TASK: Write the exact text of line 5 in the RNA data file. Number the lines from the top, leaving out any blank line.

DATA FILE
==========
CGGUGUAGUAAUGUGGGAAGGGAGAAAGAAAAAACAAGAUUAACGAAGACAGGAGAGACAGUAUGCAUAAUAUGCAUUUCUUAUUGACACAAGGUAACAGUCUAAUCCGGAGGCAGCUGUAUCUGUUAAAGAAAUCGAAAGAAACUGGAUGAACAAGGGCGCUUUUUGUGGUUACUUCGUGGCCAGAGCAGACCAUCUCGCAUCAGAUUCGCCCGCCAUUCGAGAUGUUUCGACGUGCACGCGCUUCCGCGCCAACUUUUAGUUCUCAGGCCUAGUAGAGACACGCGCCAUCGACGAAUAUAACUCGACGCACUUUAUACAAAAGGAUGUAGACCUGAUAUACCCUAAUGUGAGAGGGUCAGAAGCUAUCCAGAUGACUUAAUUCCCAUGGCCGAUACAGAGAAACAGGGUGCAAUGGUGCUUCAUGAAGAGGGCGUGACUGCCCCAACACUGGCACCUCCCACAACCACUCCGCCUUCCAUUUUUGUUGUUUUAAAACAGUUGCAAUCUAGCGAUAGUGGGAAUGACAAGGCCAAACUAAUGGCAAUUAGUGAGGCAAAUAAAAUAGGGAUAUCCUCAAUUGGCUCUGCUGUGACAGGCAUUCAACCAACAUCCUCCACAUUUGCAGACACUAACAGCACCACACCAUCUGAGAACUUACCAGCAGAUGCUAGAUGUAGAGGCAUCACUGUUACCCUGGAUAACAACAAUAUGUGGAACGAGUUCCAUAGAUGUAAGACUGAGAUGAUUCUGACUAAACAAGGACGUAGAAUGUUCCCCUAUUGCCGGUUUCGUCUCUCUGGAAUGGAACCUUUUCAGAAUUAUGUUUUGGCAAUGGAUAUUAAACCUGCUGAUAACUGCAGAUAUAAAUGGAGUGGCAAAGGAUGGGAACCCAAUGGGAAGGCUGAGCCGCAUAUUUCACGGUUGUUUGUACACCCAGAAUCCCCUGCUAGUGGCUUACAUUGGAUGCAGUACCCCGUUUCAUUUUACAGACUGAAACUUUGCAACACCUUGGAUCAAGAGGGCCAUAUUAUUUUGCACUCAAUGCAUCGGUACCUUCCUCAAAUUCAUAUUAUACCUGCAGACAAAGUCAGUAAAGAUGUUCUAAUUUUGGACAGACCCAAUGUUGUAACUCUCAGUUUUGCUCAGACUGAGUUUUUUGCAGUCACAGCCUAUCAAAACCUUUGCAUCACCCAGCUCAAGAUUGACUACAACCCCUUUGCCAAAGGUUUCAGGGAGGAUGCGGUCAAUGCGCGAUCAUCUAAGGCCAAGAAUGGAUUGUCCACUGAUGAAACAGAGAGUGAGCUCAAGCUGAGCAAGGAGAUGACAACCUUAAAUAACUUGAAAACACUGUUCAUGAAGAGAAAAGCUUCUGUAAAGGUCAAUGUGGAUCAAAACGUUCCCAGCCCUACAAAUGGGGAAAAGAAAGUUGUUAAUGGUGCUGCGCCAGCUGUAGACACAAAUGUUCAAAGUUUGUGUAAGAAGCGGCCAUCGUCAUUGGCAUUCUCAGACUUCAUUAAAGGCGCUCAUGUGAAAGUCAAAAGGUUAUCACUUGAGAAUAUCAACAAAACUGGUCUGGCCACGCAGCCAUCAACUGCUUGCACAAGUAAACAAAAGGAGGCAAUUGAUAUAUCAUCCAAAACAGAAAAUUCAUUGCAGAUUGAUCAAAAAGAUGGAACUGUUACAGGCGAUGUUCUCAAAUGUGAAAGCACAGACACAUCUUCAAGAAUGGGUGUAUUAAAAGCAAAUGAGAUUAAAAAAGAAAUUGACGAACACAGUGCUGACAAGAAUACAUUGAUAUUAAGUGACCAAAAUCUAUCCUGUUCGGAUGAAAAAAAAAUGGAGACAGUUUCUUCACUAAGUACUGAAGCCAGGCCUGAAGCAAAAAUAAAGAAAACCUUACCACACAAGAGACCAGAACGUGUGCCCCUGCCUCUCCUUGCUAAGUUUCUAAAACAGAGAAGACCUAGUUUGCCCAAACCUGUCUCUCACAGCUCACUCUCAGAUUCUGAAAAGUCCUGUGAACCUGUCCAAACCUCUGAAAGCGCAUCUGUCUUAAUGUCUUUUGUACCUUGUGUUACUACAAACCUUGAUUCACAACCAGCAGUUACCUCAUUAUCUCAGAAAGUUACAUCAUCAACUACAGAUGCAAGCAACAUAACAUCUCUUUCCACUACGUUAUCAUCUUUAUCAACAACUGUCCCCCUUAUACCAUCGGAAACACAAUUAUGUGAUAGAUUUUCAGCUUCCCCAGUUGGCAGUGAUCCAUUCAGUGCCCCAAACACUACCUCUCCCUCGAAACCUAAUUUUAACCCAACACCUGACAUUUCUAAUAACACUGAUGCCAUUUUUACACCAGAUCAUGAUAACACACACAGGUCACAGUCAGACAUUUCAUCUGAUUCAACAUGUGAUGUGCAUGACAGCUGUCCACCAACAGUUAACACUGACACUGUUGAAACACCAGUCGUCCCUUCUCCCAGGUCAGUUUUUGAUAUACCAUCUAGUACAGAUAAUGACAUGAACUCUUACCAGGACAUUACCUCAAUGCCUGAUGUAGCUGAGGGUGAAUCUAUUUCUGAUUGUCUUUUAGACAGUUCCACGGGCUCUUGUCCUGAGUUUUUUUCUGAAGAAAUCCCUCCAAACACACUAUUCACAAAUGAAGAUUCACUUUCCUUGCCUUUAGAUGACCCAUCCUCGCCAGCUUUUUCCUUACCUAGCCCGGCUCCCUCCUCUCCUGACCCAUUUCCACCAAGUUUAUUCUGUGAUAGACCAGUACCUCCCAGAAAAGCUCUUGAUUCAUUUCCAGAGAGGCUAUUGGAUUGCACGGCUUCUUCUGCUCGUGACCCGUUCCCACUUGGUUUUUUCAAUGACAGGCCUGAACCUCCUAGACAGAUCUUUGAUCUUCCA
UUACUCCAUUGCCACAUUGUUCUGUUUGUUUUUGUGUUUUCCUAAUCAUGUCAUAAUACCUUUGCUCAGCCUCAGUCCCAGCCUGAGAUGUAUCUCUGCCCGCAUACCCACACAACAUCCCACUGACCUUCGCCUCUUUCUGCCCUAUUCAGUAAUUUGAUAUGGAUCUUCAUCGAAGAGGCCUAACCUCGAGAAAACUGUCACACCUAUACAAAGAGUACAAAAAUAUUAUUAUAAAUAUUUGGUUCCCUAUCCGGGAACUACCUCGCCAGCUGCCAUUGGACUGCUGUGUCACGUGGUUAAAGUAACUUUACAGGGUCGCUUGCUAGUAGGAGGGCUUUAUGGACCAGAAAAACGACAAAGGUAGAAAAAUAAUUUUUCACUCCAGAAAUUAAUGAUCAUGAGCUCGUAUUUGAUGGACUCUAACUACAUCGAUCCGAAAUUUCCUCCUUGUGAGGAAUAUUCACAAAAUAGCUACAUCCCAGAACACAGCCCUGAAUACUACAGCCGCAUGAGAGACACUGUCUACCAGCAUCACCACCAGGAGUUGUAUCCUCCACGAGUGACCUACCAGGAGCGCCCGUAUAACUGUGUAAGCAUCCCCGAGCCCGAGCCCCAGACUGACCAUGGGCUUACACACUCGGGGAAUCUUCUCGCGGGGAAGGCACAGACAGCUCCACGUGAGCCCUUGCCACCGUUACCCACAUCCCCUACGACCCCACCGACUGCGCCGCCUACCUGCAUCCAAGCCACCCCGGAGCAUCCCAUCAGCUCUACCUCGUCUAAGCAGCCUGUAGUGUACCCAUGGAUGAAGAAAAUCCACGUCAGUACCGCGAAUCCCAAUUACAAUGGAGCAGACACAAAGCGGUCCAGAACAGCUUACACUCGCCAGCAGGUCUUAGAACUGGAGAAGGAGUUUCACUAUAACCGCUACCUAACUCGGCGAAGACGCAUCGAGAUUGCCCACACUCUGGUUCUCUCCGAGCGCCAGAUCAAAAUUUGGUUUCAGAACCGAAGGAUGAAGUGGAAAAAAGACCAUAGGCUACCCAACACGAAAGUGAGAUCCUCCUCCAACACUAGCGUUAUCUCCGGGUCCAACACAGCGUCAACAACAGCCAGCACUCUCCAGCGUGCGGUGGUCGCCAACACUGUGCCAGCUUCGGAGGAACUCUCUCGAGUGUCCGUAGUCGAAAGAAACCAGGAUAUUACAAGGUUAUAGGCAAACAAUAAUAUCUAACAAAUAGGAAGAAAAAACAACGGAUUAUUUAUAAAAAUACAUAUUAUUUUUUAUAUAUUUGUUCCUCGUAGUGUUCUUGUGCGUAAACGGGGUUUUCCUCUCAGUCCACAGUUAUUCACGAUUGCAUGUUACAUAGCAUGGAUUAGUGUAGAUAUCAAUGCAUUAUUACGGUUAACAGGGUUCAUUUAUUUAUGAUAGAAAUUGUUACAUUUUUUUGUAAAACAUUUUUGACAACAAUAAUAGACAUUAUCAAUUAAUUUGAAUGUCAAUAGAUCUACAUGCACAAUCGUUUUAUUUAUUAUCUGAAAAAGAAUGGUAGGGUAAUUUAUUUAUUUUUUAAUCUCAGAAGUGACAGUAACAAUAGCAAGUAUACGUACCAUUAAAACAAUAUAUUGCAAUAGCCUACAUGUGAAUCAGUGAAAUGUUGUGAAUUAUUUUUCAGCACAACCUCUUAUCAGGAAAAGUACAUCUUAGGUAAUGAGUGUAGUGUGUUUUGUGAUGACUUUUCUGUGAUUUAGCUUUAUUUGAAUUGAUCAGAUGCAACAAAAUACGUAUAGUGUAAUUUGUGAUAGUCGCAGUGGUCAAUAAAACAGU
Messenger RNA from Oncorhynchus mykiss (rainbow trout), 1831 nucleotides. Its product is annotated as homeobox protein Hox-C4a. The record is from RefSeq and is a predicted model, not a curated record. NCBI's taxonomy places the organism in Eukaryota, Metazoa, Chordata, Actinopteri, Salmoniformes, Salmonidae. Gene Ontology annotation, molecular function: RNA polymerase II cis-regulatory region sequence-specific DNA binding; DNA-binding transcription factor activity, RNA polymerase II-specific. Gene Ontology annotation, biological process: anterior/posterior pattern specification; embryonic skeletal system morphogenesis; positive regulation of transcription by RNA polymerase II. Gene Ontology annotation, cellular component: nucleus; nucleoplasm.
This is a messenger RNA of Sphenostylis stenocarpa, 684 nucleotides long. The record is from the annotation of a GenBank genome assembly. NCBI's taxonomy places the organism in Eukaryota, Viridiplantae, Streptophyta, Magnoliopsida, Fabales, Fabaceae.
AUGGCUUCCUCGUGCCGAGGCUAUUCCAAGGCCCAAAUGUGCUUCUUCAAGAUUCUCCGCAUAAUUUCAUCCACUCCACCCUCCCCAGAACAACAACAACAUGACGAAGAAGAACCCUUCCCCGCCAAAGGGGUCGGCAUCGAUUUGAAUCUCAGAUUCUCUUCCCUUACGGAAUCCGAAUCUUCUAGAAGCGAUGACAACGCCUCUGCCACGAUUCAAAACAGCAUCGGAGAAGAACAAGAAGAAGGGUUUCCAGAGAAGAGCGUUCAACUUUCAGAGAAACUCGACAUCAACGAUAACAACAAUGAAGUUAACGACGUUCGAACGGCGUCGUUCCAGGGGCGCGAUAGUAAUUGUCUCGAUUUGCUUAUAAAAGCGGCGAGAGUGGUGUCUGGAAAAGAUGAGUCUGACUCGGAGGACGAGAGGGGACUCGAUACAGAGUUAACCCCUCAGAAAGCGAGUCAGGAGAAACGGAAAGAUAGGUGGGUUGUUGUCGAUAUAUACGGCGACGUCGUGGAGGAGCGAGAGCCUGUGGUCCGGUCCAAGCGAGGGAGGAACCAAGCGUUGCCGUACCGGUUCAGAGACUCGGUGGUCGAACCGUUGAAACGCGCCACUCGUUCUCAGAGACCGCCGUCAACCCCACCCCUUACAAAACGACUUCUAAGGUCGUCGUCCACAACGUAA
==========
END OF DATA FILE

AUGGCUUCCUCGUGCCGAGGCUAUUCCAAGGCCCAAAUGUGCUUCUUCAAGAUUCUCCGCAUAAUUUCAUCCACUCCACCCUCCCCAGAACAACAACAACAUGACGAAGAAGAACCCUUCCCCGCCAAAGGGGUCGGCAUCGAUUUGAAUCUCAGAUUCUCUUCCCUUACGGAAUCCGAAUCUUCUAGAAGCGAUGACAACGCCUCUGCCACGAUUCAAAACAGCAUCGGAGAAGAACAAGAAGAAGGGUUUCCAGAGAAGAGCGUUCAACUUUCAGAGAAACUCGACAUCAACGAUAACAACAAUGAAGUUAACGACGUUCGAACGGCGUCGUUCCAGGGGCGCGAUAGUAAUUGUCUCGAUUUGCUUAUAAAAGCGGCGAGAGUGGUGUCUGGAAAAGAUGAGUCUGACUCGGAGGACGAGAGGGGACUCGAUACAGAGUUAACCCCUCAGAAAGCGAGUCAGGAGAAACGGAAAGAUAGGUGGGUUGUUGUCGAUAUAUACGGCGACGUCGUGGAGGAGCGAGAGCCUGUGGUCCGGUCCAAGCGAGGGAGGAACCAAGCGUUGCCGUACCGGUUCAGAGACUCGGUGGUCGAACCGUUGAAACGCGCCACUCGUUCUCAGAGACCGCCGUCAACCCCACCCCUUACAAAACGACUUCUAAGGUCGUCGUCCACAACGUAA